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Eco-consciousness, dwelling and anxiety in selected works of John Burnside


Citation

Aldhafeeri, Hilalah Dughayyim S. (2017) Eco-consciousness, dwelling and anxiety in selected works of John Burnside. PhD thesis, Universiti Putra Malaysia.

Abstract / Synopsis

This thesis studied children exploitation, rape, and paranoia from an interdisciplinary perspective, namely, ecocriticism and psychoanalysis.The concepts of ecoconsciousness and dwelling were applied to analyze the selected works’ environmental places, such as gardens, forests, landscapes and so forth. On the other hand, psychoanalysis was specified to Freud’s concept of anxiety to analyze the protagonists’ anxious feelings caused by children exploitation, rape, and paranoia.By utilizing these concepts, the study unraveled the selected works’ natural settings as being therapeutic exits for the protagonists’ anxiety. Thus, the selected works’ the protagonists in the selected works are studied as seeking solace and peace of mind in nature. Therefore, the dissertation aimed to examine nature and anxiety in John Burnside’s novels The Dumb House (1997), The Locust Room (2001), and A Summer of Drowning (2011). The study achieved three objectives. The first objective examined the selected works protagonists’ anxiety as a result of children exploitation, rape, and paranoia. The second objective discovered the role of natural settings for the protagonists’ anxious feelings. Ultimately, the third objective identified the connection between natural settings and anxiety in the selected works. The conceptual interdisciplinarity was limited to ecocriticism and psychoanalysis. The main focus was on two ecocritical concepts; dwelling and eco-consciousness. First, the concept of dwelling was mainly cited by using Greg Garrard’s concept of dwelling and its use to analyze the natural settings of fictional works. Dwelling, therefore, was applied to analyze the selected works’ settings since they are abound with natural scenes, such as forests, landscapes, gardens and so forth. Second, the analysis drew upon Cheryll Glotfelty’s concept of eco-consciousness and its critical interface with the concept of dwelling. Both concepts are the ecocritical side of the research. On the other hand, psychoanalysis was limited to Sigmund Freud’s concept of anxiety. The concept of anxiety was used to explore the protagonists’ anxious inner feelings in the selected works.The protagonists share a common trait of anxiety, and consequently, they become psychologically anxious and begin seeking refuge for psychic comfort in nature. This is because they suffer from their involvement in children exploitation, rape, and paranoia, in Burnside’s The Dumb House (1997), The Locust Room (2001), and A Summer of Drowning (2011), respectively. As a result, they go sauntering in natural places, like forest paths, gardens, and meadows and meet some animals where they feel psychically calm. Hence, the selected works’ natural settings were analyzed as remedial exits for the protagonists’ anxiety. Thus, the significance of this study was its analysis of the anxious protagonists who seek peace and solace of mind in nature. In the light of these findings, the study provided three recommendations for further research. First, the selected works could be studied by applying ecocriticism but from an ecological perspective.For example, the killing of certain animals, such as locusts and rabbits, in The Locust Room, may lead to their extinction. Therefore, the selected works might be interpreted as a response to probable imminent ecological apocalypse. Second, the study of paranoia and anxiety could be elaborated by using feminism theory. In A Summer of Drowning, the protagonist Liv would be studied in terms of feminist insights. She becomes paranoid of men whom she thinks are responsible of destroying her mother. In this sense, the novel could be studied as a critique of androcentric hegemony. Third, the technical structure of the selected works would be identified by applying formalism. The narrative omniscient narrator might be a subject for formalistic analysis. As in The Dumb House, the novel’s depiction of precise natural settings might be explored as the author’s own interest in nature where he finds tranquility and psychic comfort. Thus, the selected works could also be studied by applying children psychoanalysis to explore major themes in relation to anxiety and paranoia.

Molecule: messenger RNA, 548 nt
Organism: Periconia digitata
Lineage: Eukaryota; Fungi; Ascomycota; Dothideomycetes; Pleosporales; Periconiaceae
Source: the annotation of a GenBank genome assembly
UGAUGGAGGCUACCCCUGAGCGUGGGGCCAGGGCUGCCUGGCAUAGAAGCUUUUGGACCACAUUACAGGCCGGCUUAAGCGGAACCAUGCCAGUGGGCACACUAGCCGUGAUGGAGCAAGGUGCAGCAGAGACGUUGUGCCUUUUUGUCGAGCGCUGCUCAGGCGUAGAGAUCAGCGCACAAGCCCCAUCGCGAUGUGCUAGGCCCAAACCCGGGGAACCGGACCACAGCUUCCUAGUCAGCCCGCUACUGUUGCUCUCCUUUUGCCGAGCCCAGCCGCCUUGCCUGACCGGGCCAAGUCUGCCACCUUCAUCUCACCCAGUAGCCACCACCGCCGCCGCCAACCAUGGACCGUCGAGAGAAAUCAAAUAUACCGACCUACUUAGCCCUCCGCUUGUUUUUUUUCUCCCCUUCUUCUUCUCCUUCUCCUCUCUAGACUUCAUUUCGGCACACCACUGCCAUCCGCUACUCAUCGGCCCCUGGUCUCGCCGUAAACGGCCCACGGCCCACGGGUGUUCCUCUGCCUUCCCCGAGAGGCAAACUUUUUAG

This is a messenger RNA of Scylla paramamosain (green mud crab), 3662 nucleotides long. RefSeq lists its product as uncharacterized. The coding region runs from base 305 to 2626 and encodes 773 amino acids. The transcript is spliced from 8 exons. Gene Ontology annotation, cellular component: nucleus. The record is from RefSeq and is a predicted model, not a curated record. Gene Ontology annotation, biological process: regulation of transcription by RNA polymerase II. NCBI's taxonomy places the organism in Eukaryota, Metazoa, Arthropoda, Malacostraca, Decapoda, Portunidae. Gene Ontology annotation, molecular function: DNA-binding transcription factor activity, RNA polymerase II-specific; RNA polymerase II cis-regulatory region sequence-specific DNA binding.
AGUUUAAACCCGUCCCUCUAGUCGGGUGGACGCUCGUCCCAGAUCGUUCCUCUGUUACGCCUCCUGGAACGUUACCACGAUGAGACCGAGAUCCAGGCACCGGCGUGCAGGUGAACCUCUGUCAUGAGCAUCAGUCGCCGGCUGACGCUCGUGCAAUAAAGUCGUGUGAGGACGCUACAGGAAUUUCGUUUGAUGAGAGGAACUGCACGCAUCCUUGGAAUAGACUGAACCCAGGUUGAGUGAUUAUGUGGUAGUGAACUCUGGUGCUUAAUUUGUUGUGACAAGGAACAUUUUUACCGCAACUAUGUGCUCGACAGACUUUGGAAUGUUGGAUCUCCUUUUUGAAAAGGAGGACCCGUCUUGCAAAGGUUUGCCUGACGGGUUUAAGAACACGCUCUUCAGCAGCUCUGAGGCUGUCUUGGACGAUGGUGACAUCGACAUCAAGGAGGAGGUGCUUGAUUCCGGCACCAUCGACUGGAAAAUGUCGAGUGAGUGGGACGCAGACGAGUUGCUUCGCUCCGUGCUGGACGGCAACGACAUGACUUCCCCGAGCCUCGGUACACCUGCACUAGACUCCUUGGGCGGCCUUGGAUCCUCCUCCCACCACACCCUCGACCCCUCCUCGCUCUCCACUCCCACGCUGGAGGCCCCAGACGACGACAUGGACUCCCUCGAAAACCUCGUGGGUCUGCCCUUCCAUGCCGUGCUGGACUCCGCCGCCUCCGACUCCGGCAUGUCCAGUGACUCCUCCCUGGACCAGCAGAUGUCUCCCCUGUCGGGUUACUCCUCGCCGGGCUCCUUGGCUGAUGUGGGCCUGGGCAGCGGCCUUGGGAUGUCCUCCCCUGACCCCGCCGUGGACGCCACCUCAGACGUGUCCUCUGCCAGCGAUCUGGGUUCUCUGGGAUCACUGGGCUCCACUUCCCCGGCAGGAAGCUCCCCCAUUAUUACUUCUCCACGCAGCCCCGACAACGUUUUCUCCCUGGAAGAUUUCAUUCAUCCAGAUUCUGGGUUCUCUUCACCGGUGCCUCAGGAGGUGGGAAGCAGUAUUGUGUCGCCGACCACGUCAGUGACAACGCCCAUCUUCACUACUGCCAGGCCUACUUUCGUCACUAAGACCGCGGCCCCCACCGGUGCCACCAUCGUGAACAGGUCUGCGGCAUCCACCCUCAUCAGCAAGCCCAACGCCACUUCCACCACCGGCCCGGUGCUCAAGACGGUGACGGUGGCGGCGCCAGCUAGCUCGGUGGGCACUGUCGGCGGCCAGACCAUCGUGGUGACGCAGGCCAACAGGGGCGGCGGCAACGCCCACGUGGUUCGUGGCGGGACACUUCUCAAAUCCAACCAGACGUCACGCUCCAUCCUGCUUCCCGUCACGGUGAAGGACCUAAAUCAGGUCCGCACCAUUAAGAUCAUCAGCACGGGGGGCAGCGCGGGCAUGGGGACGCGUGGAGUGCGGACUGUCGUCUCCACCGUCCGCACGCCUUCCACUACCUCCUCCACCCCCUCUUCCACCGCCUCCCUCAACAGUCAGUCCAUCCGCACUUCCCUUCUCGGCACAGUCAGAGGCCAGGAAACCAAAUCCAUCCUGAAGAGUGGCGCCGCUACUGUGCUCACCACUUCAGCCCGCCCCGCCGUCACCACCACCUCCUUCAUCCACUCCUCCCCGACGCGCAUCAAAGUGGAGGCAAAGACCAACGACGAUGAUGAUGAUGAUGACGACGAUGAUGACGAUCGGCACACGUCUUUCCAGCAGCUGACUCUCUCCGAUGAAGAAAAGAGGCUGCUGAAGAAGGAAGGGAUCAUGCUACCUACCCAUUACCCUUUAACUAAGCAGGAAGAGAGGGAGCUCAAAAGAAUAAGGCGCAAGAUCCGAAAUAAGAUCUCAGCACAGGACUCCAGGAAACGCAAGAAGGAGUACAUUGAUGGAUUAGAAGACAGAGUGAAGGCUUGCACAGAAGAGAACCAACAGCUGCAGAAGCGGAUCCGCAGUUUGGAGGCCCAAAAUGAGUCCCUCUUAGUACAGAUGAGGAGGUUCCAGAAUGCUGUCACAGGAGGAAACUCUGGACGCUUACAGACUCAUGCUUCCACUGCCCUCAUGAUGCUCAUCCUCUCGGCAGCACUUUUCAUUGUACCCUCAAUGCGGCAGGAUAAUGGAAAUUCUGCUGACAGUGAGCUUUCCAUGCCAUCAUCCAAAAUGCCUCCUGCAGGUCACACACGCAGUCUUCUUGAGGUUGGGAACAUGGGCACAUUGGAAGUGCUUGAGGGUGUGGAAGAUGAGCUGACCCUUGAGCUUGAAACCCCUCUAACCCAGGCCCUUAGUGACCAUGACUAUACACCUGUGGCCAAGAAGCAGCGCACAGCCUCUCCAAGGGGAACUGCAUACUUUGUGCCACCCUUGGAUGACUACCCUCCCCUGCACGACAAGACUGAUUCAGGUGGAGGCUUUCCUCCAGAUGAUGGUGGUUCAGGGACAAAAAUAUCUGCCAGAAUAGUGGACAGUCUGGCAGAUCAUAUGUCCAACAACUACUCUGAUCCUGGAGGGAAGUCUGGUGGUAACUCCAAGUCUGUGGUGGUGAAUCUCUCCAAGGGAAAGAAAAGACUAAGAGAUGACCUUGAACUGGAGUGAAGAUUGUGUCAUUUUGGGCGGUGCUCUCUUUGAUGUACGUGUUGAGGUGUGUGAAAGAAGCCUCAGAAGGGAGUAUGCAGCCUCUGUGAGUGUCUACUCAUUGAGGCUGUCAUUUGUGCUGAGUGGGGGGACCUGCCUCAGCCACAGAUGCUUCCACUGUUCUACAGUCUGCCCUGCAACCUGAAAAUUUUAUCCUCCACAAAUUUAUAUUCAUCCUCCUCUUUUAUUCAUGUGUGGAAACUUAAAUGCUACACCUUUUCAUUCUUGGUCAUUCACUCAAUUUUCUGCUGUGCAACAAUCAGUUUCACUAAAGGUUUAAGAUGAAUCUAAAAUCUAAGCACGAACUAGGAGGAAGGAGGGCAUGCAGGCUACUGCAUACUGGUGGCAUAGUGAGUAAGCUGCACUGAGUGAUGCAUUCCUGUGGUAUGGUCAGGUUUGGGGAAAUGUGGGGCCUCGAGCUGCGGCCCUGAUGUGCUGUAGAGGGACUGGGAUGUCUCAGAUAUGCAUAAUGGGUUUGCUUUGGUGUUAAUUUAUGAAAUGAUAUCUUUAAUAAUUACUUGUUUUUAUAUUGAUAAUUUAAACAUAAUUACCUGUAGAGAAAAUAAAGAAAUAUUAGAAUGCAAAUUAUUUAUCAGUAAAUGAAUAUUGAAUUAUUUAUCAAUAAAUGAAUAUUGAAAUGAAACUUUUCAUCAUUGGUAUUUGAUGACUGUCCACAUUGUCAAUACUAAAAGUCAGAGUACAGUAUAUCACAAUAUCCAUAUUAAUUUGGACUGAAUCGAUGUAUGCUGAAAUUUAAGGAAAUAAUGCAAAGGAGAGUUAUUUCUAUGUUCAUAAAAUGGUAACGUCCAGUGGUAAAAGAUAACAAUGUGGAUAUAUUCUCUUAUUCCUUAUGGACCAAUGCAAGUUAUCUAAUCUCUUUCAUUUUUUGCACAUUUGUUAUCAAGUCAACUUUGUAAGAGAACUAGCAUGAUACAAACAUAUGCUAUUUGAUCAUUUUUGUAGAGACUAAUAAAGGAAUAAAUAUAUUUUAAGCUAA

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Additional Metadata

Item Type: Thesis (PhD)
Subject: Burnside, John W., 1941-
Subject: Psychoanalysis
Subject: Ecocriticism
Call Number: FBMK 2017 2
Chairman Supervisor: Associate Professor Arbaayah Binti Ali Termizi, PhD
Divisions: Faculty of Modern Language and Communication
Depositing User: Mas Norain Hashim
Date Deposited: 19 Feb 2019 11:40
Last Modified: 19 Feb 2019 11:40
URI: http://psasir.upm.edu.my/id/eprint/67090
Statistic Details: View Download Statistic

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